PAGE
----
BREEZY POINT --Despite being located in the same building, two Breezy Point businesses would seem to have little in common. But they do.
Grandpa Smoky's Original Bar-B-Que and Breezy Electric Vehicles both occupy a log cabin tucked just in the woods off of County Road 11. While their names give away their differences, what these businesses do have in common is ownership.
Bryn and Nancy Hartwig have been in business here since Jan. 1. Bryn handles Breezy Electric Vehicles in the front of the building, Nancy and her mother Lorraine Aspros run Grandpa Smoky's from a kitchen in the rear.
"They are very different," Bryn said. "It's probably the most odd combination of businesses you can find."
Nancy Hartwig and her mother, Lorraine Aspros, completed a batch of Grandpa Smoky's Original Bar-B-Que Sauce. The sauce, which hasn't been for sale since 1980, is a recipe Nancy's grandfather, Smoky Bill Aspros, developed in the 1930's.
The Hartwig's bought the lot in Breezy Point three years ago, and have spent about $175,000 to get both businesses running.
Grandpa Smoky's was originally known as Smoky Bill's Bar-B-Que. Started in 1935 by Nancy's grandfather, Smoky Bill's was located on Highway 210 in Brainerd. In 1961 Nancy's parents, Lorraine and George, took over and ran Smoky Bill's until 1980.
After 1980, Lorraine and George got out of the restaurant business because of health reasons, and that was the last time Smoky Bill's barbecue sauce was available for sale to the public.
But 20 years later, after requests by old customers and a desire to get the barbecue sauce going again, Nancy and Lorraine started a small kitchen in the back of the building that also housed Breezy Electric Vehicle.
"There were people that would call saying they wanted to buy the barbecue sauce, but we couldn't sell it legally," Nancy said. That is one of the reasons she and Lorraine decided acquire the necessary health permit and to open a business selling the product again. "There's been a high demand for it, for many, many years," added Lorraine.
This time around, Nancy and Lorraine are keeping the operation small. There is no restaurant seating, but customers can order take-out smoked ham, pork, beef and ribs to go with the family barbecue sauce.
A notable difference for those who remember Smoky Bill's is the change in name to Grandpa Smoky's. When Lorraine and her husband got out of the restaurant business, the name went with the new owners and eventually landed with the Magic Skillet restaurant in Brainerd, which registered the name. Rather than fight for the old name, Nancy and Lorraine chose another.
While the idea for selling barbecue sauce came from a family tradition, the idea for selling electric vehicles was born because of the Hartwig's Breezy Point location.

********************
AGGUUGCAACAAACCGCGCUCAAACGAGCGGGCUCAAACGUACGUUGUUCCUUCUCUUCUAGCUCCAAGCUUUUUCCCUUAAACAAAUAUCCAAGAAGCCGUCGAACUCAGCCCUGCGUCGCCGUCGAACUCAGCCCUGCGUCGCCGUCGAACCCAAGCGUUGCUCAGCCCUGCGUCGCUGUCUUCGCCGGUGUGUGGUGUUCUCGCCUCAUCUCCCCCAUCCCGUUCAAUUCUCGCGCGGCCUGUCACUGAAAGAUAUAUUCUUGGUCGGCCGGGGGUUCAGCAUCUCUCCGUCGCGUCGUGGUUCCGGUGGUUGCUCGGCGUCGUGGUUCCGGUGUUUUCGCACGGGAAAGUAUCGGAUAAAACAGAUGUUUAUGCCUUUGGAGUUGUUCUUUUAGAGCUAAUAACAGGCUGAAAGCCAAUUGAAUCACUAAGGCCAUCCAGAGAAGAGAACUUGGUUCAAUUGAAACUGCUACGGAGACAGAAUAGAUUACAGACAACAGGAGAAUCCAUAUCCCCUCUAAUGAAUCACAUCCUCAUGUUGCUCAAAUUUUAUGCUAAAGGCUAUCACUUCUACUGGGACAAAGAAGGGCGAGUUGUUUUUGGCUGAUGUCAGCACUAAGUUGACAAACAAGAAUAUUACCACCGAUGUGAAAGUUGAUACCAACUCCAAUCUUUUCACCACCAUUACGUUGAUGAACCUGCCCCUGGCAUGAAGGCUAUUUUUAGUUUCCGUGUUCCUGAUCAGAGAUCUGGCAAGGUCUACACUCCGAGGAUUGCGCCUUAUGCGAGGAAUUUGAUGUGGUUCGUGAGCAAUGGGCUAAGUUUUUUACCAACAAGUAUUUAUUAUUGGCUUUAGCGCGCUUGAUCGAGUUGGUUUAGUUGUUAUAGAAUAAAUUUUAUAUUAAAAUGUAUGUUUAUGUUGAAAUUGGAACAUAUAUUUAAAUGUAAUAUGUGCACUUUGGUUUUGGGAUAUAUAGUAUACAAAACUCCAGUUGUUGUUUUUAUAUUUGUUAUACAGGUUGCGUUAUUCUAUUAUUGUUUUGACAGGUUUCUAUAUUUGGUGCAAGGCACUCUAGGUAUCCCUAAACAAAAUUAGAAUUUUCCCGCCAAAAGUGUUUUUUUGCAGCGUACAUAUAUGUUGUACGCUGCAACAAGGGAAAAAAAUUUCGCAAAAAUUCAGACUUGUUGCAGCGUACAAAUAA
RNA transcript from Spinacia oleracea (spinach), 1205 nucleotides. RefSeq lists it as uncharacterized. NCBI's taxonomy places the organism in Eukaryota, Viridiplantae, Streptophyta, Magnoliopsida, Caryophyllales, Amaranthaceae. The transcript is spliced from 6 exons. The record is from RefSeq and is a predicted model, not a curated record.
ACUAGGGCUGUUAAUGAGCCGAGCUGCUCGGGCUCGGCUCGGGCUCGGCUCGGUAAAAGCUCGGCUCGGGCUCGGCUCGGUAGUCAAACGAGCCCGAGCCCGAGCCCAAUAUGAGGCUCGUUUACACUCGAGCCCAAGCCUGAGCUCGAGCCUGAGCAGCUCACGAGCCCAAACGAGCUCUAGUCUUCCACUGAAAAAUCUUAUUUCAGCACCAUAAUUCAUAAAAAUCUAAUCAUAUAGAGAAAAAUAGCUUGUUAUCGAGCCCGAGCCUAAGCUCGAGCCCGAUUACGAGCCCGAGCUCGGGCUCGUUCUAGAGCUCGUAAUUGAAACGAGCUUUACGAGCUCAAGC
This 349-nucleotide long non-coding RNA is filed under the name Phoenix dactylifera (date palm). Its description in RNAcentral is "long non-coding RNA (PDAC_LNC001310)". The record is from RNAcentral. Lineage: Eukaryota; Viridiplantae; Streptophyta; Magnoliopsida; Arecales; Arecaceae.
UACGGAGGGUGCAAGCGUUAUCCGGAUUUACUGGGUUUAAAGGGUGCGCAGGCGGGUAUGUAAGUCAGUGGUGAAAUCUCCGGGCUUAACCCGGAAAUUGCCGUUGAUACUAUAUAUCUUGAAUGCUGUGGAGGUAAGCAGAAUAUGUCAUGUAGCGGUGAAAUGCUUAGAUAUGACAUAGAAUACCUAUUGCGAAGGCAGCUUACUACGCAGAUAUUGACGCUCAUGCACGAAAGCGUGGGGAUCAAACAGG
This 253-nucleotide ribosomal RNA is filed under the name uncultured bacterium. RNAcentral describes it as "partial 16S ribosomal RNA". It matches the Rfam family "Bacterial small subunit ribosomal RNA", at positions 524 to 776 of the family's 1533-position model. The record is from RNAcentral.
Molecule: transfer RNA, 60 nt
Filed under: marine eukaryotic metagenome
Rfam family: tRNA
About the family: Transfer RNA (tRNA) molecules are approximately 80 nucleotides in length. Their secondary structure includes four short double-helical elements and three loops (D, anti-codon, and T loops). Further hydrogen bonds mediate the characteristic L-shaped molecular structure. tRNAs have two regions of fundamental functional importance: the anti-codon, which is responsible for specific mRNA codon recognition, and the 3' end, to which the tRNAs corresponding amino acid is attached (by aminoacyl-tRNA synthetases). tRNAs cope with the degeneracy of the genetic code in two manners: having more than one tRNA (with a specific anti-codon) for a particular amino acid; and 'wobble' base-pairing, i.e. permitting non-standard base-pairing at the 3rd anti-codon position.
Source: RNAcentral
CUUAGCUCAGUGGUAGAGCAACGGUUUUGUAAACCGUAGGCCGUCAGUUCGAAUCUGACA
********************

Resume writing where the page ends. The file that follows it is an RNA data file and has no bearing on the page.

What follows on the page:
Bryn started Breezy Electric Vehicles to serve people at resorts who want a vehicle for driving short distances. Being located next to Breezy Point Resort, Bryn keeps three of the electric vehicles on hand for people to rent and has others for sale.
Though they can also be used as golf carts, which is a selling and renting point, Bryn said he wants to stay away from that terminology.
"These are definitely in a class all by themselves," Bryn said referring to his electric vehicles. "Everybody assumes they are golf carts, and that goes against the grain of everyone in this business."
They are Neighborhood Electric Vehicles -- NEV's for short -- and they are sold as an environmentally friendly way to travel within a a city or neighborhood. The electric vehicles are street legal on roads with speed limits of 35 mph (top speed is 25 mph), and feature standard safety equipment such as seat belts.
The electric vehicles are made in Fargo by Global Electric MotorCars and sold at about 25 locations like Bryn's around the country. Ranging in price from $7,800 to almost $10,000, there has been a high demand for the vehicles, Bryn said.
He has also ordered several electric bikes and scooters for rent or sale.
Aside from selling their products from their Breezy Point location, both Breezy Electric Vehicles and Grandpa Smoky's are looking to the Internet as a marketplace.
At www.breezygemcars.com people can order electric vehicles from Bryn and the Web site has already proved its worth. A customer in Arizona, who found Bryn's site, has placed an order for an electric vehicle.
Grandpa Smoky's will be getting into the act, too. The Web site, www.grandpasmokys.com, is still under construction but soon people from anywhere will be able to place an order for Grandpa Smoky's Bar-B-Que sauce.
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